In Spanish, French, but mostly English, The Science of Sleep tells the story of Stéphane (Gael García Bernal), a wayward man with an artistic soul who has difficulty distinguishing his dreams from reality. As visually inventive and quirkily romantic as director Michel Gondry’s last narrative feature, Eternal Sunshine of the Spotless Mind, it still lacks a certain je ne sais quoi. It might be that veteran screenwriter Charlie Kauffman is replaced by the amateur scenarist Gondry. It might be that the dreamer Stephane is too close to the dreamer Gondry. It might be that the world of Eternal Sunshine is just close enough to the world of Sleep that it doesn’t feel as wildly original.

Whatever the missing ingredient of The Science of Sleep, it is not much missed. Gael, allowed for the first time on camera to appear as small and impish as he is in person, gives a terrific comic performance. The other actors do a fantastic job of keeping the hot-air balloon of a plot from drifting too far out of the atmosphere.

Continue reading about The Science of Sleep (minor spoilers)…Summoned by his mother to Paris after his father dies, Stephane takes a job at a publishing house that makes calendars. The work is less creative than he was lead to believe, but his wacky co-workers, especially the immature Guy, make the job seem pretty fun. Unfortunately for them, he rarely shows up on time, if at all, stuck as he is in a love-hate romance with next-door neighbor Stephanie (Charlotte Gainsborg, daughter of musician Serge). What sparks the romance is also what threatens it: Stephane’s inability to distinguish his waking life from dreams. Gondry purposely puts the audience in the same predicament. Figuring out what is actually happening is part of the riddle of this movie, and a large part of the fun.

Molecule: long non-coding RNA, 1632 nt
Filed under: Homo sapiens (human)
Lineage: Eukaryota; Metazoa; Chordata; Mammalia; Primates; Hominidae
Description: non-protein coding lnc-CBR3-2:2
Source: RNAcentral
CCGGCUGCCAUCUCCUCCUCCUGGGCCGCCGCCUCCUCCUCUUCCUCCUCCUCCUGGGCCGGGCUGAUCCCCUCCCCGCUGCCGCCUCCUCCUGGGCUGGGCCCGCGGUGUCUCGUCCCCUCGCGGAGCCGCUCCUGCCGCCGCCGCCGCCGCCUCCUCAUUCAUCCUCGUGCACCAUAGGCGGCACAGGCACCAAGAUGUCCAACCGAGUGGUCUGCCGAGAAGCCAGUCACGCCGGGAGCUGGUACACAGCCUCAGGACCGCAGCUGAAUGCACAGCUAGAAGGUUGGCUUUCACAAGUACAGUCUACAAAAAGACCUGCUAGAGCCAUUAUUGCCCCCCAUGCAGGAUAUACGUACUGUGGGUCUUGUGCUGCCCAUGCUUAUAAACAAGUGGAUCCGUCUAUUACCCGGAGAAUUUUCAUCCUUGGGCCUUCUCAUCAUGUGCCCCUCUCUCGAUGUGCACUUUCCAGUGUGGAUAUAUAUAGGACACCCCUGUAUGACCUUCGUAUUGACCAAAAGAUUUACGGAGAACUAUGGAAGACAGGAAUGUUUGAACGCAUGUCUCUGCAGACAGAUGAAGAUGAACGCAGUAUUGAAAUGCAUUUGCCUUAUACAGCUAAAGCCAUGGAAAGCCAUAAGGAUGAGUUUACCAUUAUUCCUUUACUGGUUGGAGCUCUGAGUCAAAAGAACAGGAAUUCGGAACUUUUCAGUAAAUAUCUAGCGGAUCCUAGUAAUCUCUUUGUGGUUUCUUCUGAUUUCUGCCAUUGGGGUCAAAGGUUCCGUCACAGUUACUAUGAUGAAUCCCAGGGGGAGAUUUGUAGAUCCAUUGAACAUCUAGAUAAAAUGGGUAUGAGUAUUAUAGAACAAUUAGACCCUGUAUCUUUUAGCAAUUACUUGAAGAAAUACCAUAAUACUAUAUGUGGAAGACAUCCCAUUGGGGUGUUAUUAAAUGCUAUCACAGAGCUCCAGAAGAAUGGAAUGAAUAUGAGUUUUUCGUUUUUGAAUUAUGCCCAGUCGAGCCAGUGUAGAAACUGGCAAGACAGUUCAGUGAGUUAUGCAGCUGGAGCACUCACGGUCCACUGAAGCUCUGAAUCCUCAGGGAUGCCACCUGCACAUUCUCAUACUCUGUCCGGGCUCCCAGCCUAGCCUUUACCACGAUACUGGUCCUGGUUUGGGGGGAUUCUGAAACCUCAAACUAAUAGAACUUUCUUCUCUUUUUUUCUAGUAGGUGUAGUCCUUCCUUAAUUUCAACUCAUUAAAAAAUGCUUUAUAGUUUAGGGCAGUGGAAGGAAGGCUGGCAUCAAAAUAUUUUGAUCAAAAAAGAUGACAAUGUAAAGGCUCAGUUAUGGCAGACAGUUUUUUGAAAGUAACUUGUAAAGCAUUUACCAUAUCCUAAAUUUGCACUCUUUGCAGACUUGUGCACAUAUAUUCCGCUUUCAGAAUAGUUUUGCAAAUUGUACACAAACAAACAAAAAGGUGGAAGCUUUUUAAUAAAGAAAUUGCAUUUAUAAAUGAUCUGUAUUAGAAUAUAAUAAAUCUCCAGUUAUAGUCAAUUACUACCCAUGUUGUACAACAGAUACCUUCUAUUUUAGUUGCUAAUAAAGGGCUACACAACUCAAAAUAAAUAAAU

While the climactic scene, where Stephane spouts offensive and lewd comments from his id, rings rather false — ending as it does with a tacit act of forgiveness whose meaning should have been established much much earlier — nonetheless the movie as a whole rather brilliantly captures the psychology of two people who have fallen in love with each other but are afraid to admit it to even themselves.

Making great use of intentionally cheesy stop animation and some excellent pop music, The Science of Sleep should be a lesson to aspiring special effects artists that new ground can still be broken with old techniques. As muddy as Eternal Sunshine looked on film, Science of Sleep is muddier. Imdb reports both were shot on 35mm. I could’ve sworn Sleep was 16mm. And the flashbacks of young Stephane with his father were almost definitely shot on 8mm (a flashback cliche in an otherwise un-cliched movie).

But a movie like this wins on imagination, not cinematography. Despite my listed reservations, I think Science of Sleep is among the best movies of this year. I have high expectations for Gondry, and those expectations continue.

Making of Science of Sleep videos on YouTube
FilterMag interview with Gondry about Science of Sleep
BrightLights interview with Gondry